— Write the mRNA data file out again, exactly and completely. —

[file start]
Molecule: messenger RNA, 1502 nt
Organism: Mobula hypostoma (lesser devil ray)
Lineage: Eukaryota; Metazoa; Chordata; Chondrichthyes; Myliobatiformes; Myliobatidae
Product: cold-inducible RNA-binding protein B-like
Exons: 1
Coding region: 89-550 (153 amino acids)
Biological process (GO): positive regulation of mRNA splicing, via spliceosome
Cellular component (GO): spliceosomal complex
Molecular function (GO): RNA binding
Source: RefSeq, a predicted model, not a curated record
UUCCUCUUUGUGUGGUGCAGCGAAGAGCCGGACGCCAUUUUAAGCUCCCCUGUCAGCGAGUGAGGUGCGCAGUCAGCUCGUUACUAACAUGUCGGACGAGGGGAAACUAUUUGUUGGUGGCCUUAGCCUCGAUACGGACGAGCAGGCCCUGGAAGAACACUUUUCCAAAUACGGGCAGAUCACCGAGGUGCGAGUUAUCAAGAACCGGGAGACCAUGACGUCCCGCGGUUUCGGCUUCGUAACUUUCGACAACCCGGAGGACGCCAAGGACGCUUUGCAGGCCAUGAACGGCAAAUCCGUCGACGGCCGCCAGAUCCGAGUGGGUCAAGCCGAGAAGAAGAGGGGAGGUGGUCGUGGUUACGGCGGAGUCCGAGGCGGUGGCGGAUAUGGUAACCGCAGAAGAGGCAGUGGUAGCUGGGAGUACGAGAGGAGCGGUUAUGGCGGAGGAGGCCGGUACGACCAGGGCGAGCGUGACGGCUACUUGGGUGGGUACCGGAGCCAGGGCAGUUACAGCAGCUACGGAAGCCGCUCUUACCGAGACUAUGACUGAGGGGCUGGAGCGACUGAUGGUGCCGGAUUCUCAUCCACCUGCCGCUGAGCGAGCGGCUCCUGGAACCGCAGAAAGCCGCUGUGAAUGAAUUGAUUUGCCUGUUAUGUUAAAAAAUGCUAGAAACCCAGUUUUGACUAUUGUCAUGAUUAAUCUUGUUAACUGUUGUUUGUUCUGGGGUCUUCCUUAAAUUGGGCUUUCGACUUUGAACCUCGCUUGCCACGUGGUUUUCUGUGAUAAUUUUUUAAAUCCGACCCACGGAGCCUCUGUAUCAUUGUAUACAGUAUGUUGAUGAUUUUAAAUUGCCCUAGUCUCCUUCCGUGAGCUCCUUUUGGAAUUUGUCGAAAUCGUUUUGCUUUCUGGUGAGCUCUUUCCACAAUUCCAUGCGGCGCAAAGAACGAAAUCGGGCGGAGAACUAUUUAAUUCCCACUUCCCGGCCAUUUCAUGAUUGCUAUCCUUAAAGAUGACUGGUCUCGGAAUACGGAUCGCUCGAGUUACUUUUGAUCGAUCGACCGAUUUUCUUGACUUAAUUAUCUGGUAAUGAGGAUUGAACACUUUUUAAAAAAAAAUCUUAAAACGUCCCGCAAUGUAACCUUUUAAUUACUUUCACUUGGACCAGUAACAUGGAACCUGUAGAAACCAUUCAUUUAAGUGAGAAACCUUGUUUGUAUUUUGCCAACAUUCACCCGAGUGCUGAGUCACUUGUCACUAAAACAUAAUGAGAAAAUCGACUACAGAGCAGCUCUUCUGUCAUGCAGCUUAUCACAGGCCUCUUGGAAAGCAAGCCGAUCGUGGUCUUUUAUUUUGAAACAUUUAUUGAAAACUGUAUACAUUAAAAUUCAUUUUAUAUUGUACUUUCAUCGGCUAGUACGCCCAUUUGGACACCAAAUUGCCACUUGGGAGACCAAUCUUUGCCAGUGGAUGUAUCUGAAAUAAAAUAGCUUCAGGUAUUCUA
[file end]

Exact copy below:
Molecule: messenger RNA, 1502 nt
Organism: Mobula hypostoma (lesser devil ray)
Lineage: Eukaryota; Metazoa; Chordata; Chondrichthyes; Myliobatiformes; Myliobatidae
Product: cold-inducible RNA-binding protein B-like
Exons: 1
Coding region: 89-550 (153 amino acids)
Biological process (GO): positive regulation of mRNA splicing, via spliceosome
Cellular component (GO): spliceosomal complex
Molecular function (GO): RNA binding
Source: RefSeq, a predicted model, not a curated record
UUCCUCUUUGUGUGGUGCAGCGAAGAGCCGGACGCCAUUUUAAGCUCCCCUGUCAGCGAGUGAGGUGCGCAGUCAGCUCGUUACUAACAUGUCGGACGAGGGGAAACUAUUUGUUGGUGGCCUUAGCCUCGAUACGGACGAGCAGGCCCUGGAAGAACACUUUUCCAAAUACGGGCAGAUCACCGAGGUGCGAGUUAUCAAGAACCGGGAGACCAUGACGUCCCGCGGUUUCGGCUUCGUAACUUUCGACAACCCGGAGGACGCCAAGGACGCUUUGCAGGCCAUGAACGGCAAAUCCGUCGACGGCCGCCAGAUCCGAGUGGGUCAAGCCGAGAAGAAGAGGGGAGGUGGUCGUGGUUACGGCGGAGUCCGAGGCGGUGGCGGAUAUGGUAACCGCAGAAGAGGCAGUGGUAGCUGGGAGUACGAGAGGAGCGGUUAUGGCGGAGGAGGCCGGUACGACCAGGGCGAGCGUGACGGCUACUUGGGUGGGUACCGGAGCCAGGGCAGUUACAGCAGCUACGGAAGCCGCUCUUACCGAGACUAUGACUGAGGGGCUGGAGCGACUGAUGGUGCCGGAUUCUCAUCCACCUGCCGCUGAGCGAGCGGCUCCUGGAACCGCAGAAAGCCGCUGUGAAUGAAUUGAUUUGCCUGUUAUGUUAAAAAAUGCUAGAAACCCAGUUUUGACUAUUGUCAUGAUUAAUCUUGUUAACUGUUGUUUGUUCUGGGGUCUUCCUUAAAUUGGGCUUUCGACUUUGAACCUCGCUUGCCACGUGGUUUUCUGUGAUAAUUUUUUAAAUCCGACCCACGGAGCCUCUGUAUCAUUGUAUACAGUAUGUUGAUGAUUUUAAAUUGCCCUAGUCUCCUUCCGUGAGCUCCUUUUGGAAUUUGUCGAAAUCGUUUUGCUUUCUGGUGAGCUCUUUCCACAAUUCCAUGCGGCGCAAAGAACGAAAUCGGGCGGAGAACUAUUUAAUUCCCACUUCCCGGCCAUUUCAUGAUUGCUAUCCUUAAAGAUGACUGGUCUCGGAAUACGGAUCGCUCGAGUUACUUUUGAUCGAUCGACCGAUUUUCUUGACUUAAUUAUCUGGUAAUGAGGAUUGAACACUUUUUAAAAAAAAAUCUUAAAACGUCCCGCAAUGUAACCUUUUAAUUACUUUCACUUGGACCAGUAACAUGGAACCUGUAGAAACCAUUCAUUUAAGUGAGAAACCUUGUUUGUAUUUUGCCAACAUUCACCCGAGUGCUGAGUCACUUGUCACUAAAACAUAAUGAGAAAAUCGACUACAGAGCAGCUCUUCUGUCAUGCAGCUUAUCACAGGCCUCUUGGAAAGCAAGCCGAUCGUGGUCUUUUAUUUUGAAACAUUUAUUGAAAACUGUAUACAUUAAAAUUCAUUUUAUAUUGUACUUUCAUCGGCUAGUACGCCCAUUUGGACACCAAAUUGCCACUUGGGAGACCAAUCUUUGCCAGUGGAUGUAUCUGAAAUAAAAUAGCUUCAGGUAUUCUA